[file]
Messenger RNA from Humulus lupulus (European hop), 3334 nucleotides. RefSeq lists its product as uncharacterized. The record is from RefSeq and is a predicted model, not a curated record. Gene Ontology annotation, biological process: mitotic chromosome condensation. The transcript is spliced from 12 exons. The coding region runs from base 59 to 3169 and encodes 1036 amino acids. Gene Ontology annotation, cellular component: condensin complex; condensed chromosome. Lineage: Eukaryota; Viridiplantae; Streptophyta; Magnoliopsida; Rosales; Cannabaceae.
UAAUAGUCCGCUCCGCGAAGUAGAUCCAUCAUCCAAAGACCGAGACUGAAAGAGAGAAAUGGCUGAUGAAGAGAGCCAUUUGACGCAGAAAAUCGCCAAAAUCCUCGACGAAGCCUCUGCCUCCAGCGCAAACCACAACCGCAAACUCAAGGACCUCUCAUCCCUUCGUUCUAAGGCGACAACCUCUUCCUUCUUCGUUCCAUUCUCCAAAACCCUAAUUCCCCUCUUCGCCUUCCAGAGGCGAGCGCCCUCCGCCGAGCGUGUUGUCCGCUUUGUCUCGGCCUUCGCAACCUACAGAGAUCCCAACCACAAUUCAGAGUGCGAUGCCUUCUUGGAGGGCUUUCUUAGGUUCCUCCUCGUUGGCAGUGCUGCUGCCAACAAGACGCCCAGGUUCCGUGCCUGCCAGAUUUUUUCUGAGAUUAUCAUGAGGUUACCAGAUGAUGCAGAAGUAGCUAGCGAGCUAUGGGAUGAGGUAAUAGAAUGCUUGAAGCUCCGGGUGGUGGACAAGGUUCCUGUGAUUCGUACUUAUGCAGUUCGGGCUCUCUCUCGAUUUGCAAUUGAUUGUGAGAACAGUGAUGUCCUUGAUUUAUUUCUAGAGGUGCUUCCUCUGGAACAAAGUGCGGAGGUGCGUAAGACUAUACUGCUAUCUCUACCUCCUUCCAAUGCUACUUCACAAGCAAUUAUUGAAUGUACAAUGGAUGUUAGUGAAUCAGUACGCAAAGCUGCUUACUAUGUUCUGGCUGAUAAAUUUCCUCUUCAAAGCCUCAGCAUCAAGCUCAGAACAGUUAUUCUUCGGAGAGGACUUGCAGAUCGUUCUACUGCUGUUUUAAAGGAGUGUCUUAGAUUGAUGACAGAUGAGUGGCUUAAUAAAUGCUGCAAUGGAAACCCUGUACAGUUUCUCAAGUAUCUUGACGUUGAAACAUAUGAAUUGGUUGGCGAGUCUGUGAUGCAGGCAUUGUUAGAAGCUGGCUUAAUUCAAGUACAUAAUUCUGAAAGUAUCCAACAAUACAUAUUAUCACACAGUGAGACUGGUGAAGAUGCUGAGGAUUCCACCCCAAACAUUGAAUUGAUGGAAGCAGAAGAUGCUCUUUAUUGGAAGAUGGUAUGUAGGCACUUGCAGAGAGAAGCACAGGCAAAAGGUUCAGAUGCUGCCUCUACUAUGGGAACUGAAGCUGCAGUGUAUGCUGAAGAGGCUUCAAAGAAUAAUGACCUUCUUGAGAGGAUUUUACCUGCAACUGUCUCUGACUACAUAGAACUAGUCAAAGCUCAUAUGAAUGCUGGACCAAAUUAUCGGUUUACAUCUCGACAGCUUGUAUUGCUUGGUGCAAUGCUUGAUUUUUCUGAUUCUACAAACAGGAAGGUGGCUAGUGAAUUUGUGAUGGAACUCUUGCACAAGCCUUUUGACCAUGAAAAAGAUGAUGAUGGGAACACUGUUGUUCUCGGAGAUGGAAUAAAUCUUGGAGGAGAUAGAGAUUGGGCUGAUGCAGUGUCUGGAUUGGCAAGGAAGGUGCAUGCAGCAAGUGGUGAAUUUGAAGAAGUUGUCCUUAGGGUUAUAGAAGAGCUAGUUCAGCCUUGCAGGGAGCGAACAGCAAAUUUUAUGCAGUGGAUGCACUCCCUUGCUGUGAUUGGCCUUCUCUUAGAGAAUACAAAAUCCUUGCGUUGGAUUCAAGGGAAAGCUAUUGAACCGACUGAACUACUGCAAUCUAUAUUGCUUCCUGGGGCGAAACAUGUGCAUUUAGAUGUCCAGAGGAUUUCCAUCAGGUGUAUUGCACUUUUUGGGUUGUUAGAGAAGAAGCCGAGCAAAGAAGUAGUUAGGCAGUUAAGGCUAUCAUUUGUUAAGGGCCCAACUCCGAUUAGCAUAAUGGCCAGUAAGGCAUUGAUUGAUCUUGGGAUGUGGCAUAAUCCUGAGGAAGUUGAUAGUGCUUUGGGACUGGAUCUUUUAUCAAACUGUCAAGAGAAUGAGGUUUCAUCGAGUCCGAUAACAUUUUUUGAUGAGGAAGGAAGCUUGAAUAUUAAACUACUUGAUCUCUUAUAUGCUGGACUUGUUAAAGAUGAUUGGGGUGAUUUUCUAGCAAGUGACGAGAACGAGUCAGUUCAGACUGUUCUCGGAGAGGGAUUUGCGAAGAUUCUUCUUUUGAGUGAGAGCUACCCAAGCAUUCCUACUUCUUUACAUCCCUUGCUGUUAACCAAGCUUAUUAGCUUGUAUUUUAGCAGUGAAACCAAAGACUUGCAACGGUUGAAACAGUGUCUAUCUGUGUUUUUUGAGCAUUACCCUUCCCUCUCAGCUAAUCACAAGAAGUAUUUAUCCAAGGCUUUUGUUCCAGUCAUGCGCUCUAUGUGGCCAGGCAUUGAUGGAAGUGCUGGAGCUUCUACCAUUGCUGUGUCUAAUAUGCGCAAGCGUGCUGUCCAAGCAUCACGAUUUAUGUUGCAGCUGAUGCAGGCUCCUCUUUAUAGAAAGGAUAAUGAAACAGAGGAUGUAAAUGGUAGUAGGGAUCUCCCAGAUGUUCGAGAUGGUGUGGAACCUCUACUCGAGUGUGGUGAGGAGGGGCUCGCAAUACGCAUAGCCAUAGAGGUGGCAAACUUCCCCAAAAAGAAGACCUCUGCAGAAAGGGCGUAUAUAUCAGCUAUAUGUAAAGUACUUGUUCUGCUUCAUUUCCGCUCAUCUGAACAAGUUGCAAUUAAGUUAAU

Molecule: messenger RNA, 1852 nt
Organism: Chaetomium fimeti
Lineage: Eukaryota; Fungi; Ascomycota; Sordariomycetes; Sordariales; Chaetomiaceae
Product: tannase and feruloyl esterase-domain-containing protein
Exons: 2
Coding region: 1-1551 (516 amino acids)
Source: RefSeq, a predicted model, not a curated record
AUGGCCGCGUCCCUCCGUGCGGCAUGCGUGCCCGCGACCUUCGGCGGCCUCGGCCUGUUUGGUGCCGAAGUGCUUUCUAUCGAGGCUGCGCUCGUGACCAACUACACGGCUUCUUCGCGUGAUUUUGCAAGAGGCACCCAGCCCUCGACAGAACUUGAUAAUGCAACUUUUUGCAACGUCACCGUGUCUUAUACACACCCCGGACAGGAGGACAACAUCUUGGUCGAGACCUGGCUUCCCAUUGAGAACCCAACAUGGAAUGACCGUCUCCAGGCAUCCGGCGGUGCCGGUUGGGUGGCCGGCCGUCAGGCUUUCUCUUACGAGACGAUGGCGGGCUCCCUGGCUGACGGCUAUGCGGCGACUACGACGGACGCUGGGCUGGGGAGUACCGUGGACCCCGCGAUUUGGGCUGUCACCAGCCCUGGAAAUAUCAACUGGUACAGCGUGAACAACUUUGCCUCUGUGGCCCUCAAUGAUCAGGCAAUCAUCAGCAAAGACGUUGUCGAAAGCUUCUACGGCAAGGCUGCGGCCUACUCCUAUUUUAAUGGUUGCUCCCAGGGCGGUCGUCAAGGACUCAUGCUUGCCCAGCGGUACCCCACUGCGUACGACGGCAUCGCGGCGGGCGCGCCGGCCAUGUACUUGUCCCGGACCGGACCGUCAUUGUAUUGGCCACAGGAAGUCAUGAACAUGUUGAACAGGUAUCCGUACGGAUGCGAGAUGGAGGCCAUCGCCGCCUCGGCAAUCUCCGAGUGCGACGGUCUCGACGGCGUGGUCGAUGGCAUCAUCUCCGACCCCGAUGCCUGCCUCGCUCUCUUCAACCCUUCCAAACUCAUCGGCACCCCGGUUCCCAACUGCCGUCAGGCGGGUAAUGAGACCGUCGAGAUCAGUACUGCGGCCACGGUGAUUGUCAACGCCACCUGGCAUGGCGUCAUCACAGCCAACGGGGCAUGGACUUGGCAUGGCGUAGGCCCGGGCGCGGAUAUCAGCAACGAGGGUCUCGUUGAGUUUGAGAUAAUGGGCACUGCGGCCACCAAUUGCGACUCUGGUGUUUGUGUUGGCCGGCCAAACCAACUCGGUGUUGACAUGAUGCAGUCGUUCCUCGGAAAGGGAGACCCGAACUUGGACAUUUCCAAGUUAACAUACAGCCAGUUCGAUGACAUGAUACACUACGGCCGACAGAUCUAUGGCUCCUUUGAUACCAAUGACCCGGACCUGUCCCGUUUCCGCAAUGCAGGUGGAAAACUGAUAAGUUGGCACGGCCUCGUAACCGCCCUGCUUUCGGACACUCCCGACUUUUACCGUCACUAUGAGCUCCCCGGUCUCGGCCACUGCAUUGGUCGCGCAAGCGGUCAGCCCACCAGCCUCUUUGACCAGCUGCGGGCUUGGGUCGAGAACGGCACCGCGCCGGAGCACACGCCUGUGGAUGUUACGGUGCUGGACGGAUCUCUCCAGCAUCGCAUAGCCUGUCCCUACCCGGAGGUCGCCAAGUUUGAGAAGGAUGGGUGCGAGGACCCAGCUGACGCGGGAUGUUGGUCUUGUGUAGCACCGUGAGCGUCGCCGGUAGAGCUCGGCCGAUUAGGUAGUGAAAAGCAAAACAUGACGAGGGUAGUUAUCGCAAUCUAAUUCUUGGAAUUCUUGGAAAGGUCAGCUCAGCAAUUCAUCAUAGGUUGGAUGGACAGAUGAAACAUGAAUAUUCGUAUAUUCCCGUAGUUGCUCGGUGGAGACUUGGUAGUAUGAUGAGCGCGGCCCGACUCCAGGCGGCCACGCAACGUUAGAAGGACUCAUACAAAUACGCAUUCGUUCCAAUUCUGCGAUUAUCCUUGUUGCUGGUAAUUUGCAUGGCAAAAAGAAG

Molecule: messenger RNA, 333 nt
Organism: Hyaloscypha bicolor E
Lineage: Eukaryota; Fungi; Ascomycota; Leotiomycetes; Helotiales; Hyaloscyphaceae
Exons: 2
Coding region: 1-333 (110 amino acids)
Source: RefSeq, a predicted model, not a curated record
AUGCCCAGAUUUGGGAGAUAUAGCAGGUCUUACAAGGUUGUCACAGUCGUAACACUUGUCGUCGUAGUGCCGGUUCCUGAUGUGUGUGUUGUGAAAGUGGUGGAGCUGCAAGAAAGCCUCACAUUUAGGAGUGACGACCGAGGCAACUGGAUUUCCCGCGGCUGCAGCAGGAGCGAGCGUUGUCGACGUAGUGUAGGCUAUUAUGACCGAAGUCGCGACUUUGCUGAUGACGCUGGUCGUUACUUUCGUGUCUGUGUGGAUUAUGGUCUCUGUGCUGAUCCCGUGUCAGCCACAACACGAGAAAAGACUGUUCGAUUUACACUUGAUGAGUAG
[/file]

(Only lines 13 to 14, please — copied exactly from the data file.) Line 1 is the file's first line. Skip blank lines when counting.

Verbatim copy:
Lineage: Eukaryota; Fungi; Ascomycota; Leotiomycetes; Helotiales; Hyaloscyphaceae
Exons: 2